Cross-national differences in levels of optimism bias


Optimism bias is also related to the perception of personal control, and therefore to social vulnerability. This cognitive bias refers to the general tendency to overestimate the probability of positive events while underestimating the probability of negative ones (Weinstein, 1984). In other words, people, by and large, believe that risky events, such as health or safety problems, are less likely to happen to them than to the others (Weinstein, 1984). However, it seems that there are cross-national differences in the level of optimism bias. In a meta-analysis of 27 studies, Klein and Helweg-Larsen (2002) found that American respondents perceived that they have higher control over risks and higher levels of optimistic bias than non-American samples (German, Canadian, Dutch, Mexican, Belgian, and Israeli were treated as non-American samples). The authors argue that this finding was expected given that 'American culture' (in the sense of a national cultural value) emphasizes individual power and responsibility. On the other hand, individual actions and responsibility might be a less frequent coping mechanism for non-American people (Klein & Helweg-Larsen, 2002).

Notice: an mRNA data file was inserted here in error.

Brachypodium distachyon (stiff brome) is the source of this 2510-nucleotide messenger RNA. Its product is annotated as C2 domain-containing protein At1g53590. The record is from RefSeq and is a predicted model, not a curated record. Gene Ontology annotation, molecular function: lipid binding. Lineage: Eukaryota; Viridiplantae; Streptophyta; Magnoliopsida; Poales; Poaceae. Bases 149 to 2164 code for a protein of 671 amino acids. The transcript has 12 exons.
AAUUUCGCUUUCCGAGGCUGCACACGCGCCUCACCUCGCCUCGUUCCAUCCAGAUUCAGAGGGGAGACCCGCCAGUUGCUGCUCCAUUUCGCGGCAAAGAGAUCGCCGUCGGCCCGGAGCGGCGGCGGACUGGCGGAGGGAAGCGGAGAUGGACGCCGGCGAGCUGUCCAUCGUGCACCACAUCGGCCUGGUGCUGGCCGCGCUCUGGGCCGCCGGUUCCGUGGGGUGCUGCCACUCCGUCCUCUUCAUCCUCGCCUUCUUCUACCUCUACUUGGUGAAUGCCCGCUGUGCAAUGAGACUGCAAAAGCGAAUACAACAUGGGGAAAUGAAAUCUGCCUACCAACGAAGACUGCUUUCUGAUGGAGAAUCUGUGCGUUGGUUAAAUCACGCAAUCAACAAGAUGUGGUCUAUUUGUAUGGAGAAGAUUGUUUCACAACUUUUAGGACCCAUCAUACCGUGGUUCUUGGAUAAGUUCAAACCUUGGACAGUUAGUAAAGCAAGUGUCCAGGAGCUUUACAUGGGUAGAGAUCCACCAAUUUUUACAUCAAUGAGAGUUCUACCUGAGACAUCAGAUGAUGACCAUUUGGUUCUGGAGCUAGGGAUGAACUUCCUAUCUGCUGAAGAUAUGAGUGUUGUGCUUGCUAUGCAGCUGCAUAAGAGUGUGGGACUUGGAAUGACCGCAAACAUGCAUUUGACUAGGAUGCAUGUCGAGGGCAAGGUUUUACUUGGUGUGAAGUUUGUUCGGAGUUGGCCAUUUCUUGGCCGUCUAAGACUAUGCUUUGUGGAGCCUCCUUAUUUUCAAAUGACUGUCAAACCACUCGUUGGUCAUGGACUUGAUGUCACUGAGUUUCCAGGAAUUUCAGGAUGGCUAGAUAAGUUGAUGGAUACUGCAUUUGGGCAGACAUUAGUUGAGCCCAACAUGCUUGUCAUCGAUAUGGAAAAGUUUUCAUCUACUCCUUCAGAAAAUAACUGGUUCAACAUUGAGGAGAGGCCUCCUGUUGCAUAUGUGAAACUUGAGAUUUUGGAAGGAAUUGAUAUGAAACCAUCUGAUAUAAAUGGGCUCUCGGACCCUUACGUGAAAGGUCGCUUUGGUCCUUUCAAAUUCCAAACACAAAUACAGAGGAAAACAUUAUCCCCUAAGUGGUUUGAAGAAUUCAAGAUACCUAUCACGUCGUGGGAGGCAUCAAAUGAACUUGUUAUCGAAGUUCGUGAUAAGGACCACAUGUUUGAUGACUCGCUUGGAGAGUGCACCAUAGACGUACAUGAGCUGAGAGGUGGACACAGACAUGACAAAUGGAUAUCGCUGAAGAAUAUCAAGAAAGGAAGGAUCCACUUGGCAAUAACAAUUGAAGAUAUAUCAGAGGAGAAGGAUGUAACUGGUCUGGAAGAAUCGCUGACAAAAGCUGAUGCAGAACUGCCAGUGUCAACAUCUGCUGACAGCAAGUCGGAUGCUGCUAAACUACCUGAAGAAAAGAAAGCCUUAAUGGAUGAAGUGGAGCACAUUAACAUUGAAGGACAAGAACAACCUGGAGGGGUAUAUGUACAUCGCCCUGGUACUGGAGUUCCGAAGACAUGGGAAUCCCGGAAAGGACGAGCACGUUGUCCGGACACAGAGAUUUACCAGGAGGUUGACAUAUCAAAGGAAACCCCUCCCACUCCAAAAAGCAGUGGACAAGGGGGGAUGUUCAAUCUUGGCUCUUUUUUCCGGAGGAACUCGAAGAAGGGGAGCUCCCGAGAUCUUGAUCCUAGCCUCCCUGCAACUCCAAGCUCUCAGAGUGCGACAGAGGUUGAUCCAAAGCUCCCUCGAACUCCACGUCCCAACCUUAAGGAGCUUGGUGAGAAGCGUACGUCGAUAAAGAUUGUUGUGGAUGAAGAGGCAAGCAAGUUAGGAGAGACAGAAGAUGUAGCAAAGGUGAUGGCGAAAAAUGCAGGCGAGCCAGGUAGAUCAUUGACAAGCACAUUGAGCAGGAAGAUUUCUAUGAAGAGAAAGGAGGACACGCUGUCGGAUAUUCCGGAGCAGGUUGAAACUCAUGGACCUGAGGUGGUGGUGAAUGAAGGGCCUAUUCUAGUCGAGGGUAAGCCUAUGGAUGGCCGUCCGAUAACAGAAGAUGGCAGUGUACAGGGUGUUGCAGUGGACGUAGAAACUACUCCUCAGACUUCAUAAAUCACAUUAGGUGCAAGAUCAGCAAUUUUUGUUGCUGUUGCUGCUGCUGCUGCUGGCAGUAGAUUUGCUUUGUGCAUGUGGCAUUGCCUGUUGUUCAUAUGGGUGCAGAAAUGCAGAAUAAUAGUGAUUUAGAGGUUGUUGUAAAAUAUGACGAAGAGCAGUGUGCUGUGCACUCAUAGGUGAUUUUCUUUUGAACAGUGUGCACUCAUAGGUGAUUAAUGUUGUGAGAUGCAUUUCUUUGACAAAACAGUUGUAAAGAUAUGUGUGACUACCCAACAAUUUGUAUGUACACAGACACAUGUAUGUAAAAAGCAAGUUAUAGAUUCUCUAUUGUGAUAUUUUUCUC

Note: See source document for full reference.

Applicable to: